For every new parent, getting to know your baby’s sleep schedule is essential — when your baby sleeps, you sleep. No two babies are alike so don’t be discouraged as you learn more about how your little one snoozes. We’re here to help you understand your newborn’s nap schedule with some useful information so you can find the perfect routine for you and yours.
Let’s start with the basics.
How long are newborn naps?While you might have expectations about your baby’s schedule, it’s important to keep an open mind and prepare for a lot of variation before you settle into a routine that works. Nap schedules vary immensely from baby to baby, but luckily experts have been able to provide a few research-driven predictions of what to expect for various age groups. Here’s what they’ve found:
1- to 3-month-old nap schedule
- Babies in this age group are still sleeping a lot and napping about 3-4 times daily
- 30 minutes to 2 hours per nap
4- to 6-month-old nap schedule
- 2-3 naps daily
- 1-2 hours per nap
7- to 12-month-old nap schedule
- 2 naps daily (one in the morning & one in the afternoon)
- 1-2 hours per nap
12-month-old nap schedule
- Expect about 2 naps a day
- 2-4 hours per nap
Frequently asked questions about newborns & naps
You probably have just as many questions as you have expectations for your newborn’s sleep schedule, and we don’t blame you! Let us help make this journey for you and your bundle of joy as seamless as possible with some guidance on the following most frequently asked questions about newborns and naps:
What if my baby won’t nap?
Don’t worry, you’re far from being alone on this one. One of the most common reasons your newborn might be avoiding naptime is that they’re simply not used to sleeping on their back yet. You can try to make their crib as cozy as possible, try swaddling, offering them a pacifier and testing out different relaxing methods to see what sticks. If nothing seems to work, reach out to your healthcare provider with any concerns.
When do babies transition from two naps to one?
Research shows that babies often fully transition from two naps to one after their first birthday. However, it’s always important to remember that this varies from baby to baby.
How to wake a baby from a nap?
If you find yourself in a position where you need to wake up your baby, some simple techniques might work for you. We always recommend the most gentle approach possible, which can include anything from talking and singing to gentle stimulation like lightly caressing their cheek. Find what works best for your baby and go from there.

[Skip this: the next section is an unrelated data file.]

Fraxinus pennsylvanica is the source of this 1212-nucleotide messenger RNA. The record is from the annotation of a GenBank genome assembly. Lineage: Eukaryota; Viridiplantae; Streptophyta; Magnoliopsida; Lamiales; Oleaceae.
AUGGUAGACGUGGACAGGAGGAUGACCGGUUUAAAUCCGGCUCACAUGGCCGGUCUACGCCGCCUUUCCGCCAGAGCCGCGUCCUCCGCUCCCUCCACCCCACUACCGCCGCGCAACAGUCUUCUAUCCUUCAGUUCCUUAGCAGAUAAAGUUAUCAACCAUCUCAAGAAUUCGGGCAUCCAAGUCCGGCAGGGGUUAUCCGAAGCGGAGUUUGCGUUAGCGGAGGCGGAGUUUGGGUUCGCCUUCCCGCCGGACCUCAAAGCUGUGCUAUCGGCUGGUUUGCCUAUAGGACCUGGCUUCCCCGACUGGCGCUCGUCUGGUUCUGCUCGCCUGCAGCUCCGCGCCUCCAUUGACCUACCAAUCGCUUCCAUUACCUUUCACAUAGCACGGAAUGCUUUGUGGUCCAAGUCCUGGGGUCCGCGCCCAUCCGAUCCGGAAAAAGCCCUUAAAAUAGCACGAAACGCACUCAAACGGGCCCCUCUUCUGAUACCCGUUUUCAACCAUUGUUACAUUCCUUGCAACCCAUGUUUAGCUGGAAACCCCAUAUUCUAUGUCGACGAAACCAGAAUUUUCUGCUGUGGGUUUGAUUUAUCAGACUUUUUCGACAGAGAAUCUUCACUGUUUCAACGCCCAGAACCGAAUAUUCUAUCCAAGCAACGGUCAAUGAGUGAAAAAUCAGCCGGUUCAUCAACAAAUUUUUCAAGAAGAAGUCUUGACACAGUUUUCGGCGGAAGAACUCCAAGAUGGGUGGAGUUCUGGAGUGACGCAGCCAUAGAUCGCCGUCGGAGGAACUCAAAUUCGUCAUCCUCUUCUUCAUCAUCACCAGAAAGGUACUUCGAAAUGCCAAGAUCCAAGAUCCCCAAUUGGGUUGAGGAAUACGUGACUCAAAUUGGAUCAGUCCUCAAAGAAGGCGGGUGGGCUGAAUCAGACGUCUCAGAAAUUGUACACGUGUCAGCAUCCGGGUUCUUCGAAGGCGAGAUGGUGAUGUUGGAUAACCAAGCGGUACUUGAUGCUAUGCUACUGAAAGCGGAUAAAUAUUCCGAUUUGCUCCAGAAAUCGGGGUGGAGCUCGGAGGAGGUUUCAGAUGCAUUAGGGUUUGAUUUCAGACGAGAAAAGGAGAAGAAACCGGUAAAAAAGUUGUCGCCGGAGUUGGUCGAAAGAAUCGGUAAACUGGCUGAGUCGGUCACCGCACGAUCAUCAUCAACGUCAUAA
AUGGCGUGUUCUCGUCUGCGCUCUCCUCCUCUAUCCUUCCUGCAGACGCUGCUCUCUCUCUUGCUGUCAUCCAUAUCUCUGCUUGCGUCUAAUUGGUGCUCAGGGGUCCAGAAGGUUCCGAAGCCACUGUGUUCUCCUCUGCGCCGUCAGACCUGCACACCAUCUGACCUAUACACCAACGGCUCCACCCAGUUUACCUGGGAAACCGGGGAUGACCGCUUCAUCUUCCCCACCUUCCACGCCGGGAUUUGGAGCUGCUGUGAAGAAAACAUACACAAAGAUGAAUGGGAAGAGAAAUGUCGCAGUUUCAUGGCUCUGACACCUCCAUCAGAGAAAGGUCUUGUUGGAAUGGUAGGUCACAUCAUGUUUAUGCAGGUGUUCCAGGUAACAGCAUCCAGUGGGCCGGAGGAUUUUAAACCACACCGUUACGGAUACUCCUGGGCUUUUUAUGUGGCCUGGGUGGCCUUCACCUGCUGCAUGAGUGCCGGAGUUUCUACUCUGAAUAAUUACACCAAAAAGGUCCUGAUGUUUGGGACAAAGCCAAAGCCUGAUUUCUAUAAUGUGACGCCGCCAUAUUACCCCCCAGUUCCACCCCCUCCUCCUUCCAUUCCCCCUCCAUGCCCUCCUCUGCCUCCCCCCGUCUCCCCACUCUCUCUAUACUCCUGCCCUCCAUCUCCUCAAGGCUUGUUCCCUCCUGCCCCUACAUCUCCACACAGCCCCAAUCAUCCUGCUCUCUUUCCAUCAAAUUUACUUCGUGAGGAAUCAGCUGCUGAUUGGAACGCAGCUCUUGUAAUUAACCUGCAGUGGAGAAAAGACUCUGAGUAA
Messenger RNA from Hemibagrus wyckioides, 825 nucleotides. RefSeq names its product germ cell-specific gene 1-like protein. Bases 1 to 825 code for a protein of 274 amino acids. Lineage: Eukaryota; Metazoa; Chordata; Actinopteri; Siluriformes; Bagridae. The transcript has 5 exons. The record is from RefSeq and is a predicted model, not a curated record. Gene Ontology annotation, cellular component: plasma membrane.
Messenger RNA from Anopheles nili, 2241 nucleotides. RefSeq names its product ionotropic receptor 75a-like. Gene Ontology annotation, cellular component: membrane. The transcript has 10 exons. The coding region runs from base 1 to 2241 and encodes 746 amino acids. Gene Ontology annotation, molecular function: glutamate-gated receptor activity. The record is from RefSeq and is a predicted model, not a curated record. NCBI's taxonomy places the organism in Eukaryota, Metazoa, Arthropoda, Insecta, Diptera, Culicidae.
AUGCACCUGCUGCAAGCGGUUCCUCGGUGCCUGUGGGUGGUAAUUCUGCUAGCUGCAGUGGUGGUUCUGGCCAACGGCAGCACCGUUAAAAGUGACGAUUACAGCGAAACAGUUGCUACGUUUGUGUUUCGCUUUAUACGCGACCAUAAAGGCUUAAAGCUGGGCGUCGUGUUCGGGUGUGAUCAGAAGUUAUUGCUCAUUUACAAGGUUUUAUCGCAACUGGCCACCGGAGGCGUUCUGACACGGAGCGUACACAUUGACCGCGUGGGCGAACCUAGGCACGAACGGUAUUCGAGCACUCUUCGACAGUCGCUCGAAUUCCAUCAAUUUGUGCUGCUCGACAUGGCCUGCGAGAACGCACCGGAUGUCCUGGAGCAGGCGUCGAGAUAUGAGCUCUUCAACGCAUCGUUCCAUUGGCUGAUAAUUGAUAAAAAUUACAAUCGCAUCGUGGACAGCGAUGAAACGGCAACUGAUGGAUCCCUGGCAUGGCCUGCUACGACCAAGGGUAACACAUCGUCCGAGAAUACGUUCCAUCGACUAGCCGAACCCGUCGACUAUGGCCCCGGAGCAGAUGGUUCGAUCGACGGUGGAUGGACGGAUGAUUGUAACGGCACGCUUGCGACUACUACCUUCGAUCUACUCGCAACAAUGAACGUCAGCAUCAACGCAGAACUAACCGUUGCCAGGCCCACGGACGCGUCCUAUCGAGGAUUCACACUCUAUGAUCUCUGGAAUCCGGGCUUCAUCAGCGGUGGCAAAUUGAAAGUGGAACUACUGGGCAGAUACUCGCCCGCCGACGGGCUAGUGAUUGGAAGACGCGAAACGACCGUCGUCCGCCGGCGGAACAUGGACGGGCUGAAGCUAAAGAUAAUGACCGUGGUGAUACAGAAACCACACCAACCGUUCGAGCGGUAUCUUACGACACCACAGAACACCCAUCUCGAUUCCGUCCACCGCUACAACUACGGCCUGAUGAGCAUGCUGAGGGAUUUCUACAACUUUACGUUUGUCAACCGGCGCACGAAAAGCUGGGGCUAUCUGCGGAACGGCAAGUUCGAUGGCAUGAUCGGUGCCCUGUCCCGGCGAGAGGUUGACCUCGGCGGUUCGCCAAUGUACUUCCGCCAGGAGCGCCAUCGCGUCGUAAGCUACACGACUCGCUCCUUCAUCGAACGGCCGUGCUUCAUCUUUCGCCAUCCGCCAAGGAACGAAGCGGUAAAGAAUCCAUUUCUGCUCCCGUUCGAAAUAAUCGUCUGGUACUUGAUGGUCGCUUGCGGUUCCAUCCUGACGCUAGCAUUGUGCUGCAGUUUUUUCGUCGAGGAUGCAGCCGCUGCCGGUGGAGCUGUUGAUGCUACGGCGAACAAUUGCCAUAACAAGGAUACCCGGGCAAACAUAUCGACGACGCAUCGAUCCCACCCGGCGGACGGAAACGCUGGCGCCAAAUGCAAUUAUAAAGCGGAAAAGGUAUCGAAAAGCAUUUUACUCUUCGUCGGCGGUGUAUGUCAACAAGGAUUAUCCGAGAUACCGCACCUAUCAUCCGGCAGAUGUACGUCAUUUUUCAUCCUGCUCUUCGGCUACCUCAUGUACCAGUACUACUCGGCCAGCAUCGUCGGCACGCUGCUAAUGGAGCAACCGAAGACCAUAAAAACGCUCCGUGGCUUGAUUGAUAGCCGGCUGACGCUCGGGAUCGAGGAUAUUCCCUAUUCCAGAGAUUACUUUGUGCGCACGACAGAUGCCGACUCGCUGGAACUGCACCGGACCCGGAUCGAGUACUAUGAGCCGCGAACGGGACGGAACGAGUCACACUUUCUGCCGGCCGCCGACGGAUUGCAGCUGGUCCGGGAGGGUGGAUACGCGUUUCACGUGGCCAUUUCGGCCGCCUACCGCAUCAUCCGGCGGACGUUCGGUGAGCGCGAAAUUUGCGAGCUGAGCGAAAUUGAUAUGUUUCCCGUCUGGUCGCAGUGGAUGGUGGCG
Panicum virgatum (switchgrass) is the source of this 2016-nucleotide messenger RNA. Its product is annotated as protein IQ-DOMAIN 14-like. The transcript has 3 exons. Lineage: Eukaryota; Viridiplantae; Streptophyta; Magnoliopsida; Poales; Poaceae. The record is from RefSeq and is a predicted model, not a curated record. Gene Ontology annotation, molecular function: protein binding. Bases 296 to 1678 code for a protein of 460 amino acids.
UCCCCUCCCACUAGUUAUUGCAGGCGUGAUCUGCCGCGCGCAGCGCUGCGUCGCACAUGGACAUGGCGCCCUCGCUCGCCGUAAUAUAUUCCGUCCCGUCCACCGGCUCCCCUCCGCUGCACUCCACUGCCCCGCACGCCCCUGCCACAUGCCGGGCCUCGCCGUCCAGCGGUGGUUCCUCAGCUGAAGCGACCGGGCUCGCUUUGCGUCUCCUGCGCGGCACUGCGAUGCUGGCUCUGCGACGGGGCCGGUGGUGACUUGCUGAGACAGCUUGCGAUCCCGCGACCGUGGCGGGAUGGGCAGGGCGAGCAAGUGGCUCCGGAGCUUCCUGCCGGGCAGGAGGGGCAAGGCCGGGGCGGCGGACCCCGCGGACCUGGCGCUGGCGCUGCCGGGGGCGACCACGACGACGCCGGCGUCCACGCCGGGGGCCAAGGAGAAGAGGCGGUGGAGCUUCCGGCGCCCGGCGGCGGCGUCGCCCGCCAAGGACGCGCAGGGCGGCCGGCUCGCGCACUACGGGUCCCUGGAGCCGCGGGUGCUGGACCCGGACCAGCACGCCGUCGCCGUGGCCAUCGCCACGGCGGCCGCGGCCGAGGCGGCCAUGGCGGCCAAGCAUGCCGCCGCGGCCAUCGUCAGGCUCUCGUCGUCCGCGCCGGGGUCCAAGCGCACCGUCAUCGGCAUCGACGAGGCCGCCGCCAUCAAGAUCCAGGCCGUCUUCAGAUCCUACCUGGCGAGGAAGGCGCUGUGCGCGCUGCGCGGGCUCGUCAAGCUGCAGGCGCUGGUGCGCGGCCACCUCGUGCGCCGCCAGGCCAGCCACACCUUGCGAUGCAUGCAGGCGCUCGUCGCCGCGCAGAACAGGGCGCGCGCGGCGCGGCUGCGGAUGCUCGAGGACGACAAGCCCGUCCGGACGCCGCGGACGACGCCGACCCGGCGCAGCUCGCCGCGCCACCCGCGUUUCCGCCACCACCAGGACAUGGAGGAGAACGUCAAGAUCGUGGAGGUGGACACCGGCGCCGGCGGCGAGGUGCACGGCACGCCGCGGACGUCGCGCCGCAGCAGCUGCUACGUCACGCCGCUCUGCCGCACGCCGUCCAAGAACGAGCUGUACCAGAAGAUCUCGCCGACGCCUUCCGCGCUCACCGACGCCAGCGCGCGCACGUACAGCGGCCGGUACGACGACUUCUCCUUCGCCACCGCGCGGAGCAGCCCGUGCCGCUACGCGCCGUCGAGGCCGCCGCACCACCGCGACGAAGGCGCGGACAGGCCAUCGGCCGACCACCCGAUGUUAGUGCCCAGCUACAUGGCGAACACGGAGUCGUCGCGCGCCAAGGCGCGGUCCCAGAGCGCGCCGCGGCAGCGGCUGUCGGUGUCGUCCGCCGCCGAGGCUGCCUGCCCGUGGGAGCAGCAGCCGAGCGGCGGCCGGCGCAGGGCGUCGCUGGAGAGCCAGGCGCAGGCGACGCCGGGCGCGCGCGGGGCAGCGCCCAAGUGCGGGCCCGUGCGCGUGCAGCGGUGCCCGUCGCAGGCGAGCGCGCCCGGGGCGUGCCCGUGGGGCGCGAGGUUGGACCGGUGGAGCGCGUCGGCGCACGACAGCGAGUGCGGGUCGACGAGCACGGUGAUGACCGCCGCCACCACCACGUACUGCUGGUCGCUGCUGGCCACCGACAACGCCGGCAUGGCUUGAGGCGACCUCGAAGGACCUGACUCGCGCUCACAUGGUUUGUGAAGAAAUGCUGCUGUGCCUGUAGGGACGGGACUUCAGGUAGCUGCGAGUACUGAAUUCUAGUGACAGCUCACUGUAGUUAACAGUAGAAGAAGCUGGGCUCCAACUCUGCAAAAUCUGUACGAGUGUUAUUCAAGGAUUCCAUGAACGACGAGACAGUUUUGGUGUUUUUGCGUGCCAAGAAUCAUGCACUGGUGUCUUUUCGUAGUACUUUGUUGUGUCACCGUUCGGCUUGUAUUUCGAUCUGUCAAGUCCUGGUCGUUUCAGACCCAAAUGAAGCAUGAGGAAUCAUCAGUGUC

When do babies start napping longer?
It’s always important to keep in mind that every baby is different. However, many new parents start to notice their little ones napping longer around the 4- to 6-month mark. If you’re finding it difficult to keep your baby snoozing, try napping hacks like managing the sounds and lighting in your home, introducing white noise or offering a meal before naptime.
As new parents, it’s important to be patient with yourself and your newborn when it comes to sleeping, eating, and everything in between. Your baby’s nap schedule may be completely different from the predictions we highlighted above, and that’s okay! Try various tactics that work for your family, stay informed, and reach out to your healthcare provider with questions along the way. You’ll find the right naptime routine for your baby in no time.
Karp, D. H. (2022, June 30). How much do babies sleep? A sleep schedule for your baby's first year. Happiest Baby. Retrieved July 24, 2022, https://www.happiestbaby.com/blogs/baby/first-year-sleep-schedule
Sleep Advisor. (2022, March 17). How to get babies to take longer naps - 8 easy tips for day and night. Sleep Advisor. Retrieved July 24, 2022, from https://www.sleepadvisor.org/how-to-get-babies-to-nap-longer
Waking up is (sometimes) hard to do. HealthyChildren.org. (n.d.). Retrieved July 24, 2022, from https://www.healthychildren.org/English/ages-stages/baby/sleep/Pages/Waking-Up-Is-Sometimes-Hard-to-Do
The information contained in this article is for educational and informational purposes only, and does not substitute for professional medical or health advice. Always consult a medical professional or healthcare provided for any medical advice, diagnoses, treatment, or health objectives.